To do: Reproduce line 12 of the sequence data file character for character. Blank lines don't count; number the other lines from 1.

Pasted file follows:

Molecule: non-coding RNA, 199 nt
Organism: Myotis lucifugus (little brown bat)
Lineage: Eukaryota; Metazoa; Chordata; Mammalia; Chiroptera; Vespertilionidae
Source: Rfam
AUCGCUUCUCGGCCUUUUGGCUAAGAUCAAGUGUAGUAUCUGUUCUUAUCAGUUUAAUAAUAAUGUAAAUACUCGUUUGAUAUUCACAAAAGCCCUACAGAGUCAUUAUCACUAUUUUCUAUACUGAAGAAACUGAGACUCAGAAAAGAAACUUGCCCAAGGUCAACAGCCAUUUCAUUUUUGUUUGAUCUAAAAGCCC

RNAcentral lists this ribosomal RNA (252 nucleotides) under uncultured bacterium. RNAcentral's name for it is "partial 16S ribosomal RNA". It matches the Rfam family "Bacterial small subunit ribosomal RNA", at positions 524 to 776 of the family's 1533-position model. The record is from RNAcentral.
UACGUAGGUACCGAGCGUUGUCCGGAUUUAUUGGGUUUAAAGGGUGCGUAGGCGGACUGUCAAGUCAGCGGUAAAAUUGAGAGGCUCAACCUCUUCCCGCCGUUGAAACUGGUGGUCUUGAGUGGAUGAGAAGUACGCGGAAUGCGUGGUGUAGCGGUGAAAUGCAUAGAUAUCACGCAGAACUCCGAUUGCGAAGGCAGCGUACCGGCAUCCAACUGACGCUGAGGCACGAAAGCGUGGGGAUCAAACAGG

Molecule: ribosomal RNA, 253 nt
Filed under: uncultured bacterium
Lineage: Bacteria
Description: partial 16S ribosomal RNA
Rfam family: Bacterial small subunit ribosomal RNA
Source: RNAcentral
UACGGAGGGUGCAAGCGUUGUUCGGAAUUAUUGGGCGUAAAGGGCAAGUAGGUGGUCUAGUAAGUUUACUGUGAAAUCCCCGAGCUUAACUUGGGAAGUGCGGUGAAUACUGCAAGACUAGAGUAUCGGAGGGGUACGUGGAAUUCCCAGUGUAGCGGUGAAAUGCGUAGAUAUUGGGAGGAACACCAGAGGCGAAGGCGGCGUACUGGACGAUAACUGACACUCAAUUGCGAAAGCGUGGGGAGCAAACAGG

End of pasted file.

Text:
Rfam family: Bacterial small subunit ribosomal RNA